Check out some of these new Texas laws effective Sept. 1
There are literally 666 new laws going into effect in the state of Texas on September 1, and although the number 666 is usually synonymous with something evil, not all these new laws are evil. For many, some of these new laws are dangerous and downright concerning though.
Back in June 2021, the Houston Forward Times published an article entitled “A ‘Setup’ Waiting to Happen” where we discussed the ‘permitless carry’ legislation that was being discussed and how it could negatively impact the Black community and potentially lead to more problems.
That bill (HB 1927) has since been signed into law and will take effect Sept. 1. This law will literally allow any Texas resident age 21 and over to openly carry a handgun in public without any permit, license, or training. You heard that right!
By signing HB 1927 into law, Texas Governor Greg Abbott has given more people the ability to carry handguns by eliminating the requirement that Texas residents have a license to carry one. I mean, the Texas Department of Public Safety (DPS) will be required to offer a free, online course in gun safety, but it is not mandatory.
This new law will also allow for less accountability, in that Texans will not have to be fingerprinted or be properly trained to possess a handgun, as long as they meet certain criteria.
For instance, anyone who is technically deemed prohibited from possessing a firearm due to any state and/or federal laws, will not be legally authorized to carry a handgun. But how will anyone, whether law enforcement or regular Texans, know who fits the criteria and who doesn’t?
This is where the concern lies about this new law that is upon us.
With the tremendous uptick in violent crime and aggravated assaults across the nation, allowing more access to handguns without being able to properly verify is troublesome. In addition to the bad apples that are out committing crimes, the narratives that are often used by many members of law enforcement relative to people of color has many minorities in Texas worried.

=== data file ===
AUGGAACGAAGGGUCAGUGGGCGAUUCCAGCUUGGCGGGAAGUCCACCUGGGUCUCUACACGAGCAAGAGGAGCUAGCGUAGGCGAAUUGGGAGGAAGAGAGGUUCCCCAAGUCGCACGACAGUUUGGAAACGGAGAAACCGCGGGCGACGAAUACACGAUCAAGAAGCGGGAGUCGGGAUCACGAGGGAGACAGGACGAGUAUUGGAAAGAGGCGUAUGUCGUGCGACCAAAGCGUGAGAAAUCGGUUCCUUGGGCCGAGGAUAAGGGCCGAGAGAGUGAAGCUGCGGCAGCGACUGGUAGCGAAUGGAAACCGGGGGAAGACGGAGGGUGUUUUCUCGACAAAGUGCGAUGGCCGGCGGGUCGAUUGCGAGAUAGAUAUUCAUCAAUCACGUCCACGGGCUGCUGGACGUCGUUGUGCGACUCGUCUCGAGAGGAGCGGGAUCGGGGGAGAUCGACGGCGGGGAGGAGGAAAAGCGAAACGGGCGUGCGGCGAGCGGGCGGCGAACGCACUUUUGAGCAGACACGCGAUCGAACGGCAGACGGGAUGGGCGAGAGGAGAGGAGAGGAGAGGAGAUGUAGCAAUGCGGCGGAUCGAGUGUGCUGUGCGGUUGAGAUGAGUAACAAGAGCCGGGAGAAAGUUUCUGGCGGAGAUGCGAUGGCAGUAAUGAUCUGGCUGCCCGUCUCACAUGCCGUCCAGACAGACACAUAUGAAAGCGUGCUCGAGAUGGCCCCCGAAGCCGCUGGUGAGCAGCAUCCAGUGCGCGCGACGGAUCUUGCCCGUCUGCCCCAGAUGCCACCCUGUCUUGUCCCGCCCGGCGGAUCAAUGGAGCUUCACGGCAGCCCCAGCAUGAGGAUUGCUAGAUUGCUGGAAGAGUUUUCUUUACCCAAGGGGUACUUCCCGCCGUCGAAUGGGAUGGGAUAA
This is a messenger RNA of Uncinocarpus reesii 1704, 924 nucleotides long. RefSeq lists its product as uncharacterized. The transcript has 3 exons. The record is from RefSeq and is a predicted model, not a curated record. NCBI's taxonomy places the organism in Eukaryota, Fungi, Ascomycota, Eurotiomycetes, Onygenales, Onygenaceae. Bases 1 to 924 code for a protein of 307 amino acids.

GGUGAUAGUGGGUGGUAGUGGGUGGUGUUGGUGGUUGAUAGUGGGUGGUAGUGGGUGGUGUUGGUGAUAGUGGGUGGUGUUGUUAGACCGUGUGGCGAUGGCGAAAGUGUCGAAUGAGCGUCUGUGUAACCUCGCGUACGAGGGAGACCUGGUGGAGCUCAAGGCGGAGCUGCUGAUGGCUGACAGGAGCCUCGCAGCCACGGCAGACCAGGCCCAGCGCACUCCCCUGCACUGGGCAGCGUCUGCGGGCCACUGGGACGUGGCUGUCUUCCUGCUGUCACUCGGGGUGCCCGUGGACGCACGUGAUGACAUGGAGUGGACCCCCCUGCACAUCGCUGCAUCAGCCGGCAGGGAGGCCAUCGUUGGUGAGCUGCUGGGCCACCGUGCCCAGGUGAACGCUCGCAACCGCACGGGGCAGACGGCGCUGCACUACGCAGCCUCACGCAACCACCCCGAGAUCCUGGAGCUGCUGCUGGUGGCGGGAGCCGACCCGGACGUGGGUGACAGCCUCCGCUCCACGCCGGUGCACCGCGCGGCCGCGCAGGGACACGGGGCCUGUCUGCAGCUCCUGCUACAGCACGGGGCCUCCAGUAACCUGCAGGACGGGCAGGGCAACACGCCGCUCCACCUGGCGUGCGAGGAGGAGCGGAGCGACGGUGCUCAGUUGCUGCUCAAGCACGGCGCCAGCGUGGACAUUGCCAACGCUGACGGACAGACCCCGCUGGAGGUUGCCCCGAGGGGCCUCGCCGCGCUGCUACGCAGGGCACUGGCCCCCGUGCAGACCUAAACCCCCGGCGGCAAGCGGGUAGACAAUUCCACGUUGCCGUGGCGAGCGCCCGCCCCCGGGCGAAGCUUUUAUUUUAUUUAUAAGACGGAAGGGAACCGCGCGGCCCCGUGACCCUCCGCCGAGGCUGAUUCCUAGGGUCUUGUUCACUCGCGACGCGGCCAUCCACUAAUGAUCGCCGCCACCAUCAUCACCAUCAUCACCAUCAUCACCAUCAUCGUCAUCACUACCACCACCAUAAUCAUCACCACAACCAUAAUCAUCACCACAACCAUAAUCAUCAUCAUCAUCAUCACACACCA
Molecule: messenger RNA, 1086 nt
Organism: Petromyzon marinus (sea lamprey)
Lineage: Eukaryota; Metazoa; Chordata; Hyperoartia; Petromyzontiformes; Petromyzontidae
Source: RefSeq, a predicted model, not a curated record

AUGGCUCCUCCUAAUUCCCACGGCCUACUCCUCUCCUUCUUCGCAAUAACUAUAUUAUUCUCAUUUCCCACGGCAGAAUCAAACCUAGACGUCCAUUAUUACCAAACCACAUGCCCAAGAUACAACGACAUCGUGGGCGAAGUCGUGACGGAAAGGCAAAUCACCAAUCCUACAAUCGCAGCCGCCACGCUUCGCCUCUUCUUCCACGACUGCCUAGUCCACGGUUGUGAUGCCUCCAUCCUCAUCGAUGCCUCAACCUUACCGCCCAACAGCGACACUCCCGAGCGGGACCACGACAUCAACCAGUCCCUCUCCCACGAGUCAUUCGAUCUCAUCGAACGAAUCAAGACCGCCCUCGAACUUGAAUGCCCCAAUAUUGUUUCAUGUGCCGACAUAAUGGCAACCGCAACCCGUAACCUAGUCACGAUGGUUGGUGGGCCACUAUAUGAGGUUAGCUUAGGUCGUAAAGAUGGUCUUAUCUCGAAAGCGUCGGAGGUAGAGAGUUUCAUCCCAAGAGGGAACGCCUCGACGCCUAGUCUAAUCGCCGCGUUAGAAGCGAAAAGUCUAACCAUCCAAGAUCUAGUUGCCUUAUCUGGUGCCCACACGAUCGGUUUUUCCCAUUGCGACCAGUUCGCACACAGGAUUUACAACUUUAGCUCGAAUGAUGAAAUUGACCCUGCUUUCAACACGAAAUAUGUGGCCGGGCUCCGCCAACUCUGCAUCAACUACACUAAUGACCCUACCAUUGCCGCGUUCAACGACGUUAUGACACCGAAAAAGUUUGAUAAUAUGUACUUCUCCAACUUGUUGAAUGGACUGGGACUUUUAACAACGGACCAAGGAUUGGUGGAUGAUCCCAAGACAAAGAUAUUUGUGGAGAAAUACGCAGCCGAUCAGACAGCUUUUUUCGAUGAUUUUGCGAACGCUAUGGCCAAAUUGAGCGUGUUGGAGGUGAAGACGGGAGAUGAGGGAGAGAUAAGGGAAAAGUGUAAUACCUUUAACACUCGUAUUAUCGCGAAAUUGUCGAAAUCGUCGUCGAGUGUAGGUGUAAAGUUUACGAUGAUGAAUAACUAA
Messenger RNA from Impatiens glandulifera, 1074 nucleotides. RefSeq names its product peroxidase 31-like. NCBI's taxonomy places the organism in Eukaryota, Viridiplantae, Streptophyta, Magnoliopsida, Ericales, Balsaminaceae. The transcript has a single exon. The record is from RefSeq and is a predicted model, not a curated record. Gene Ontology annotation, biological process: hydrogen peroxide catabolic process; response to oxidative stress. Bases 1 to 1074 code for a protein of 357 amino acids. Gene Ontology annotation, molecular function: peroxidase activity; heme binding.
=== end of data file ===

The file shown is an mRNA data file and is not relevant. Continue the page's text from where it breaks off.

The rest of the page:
Blacks who may openly carry a handgun, as allowed now by this new law, could run the risk of being identified as a criminal by law enforcement officials by simply following the new law.
Many members of law enforcement testified against this bill in Austin before it was passed and signed into law, expressing their concerns that the legislation would not only endanger officers, but would allow criminals to gain greater access to guns to commit more crimes.
Let us hope and pray that this new law does not do more harm than good in Texas.
Another hotly contested bill that will go into effect Sept. 1 involves a newly argued topic called “Critical Race Theory.”
In a nutshell, Critical Race Theory (HB 3979), which is an academic framework used to examine the structural causes of racial inequality, will not be allowed to be taught to K-12 students in any public school in the state of Texas.
The new law will severely stifle a teacher’s ability to discuss current events or controversial issues surrounding public policy or societal issues. The new law also places a heavy emphasis on preventing teachers from teaching about systemic racism in class, teaching about the “1619 Project” or receiving extra class credit for participating in civic engagement, political activism or lobbying elected officials on public policy issues.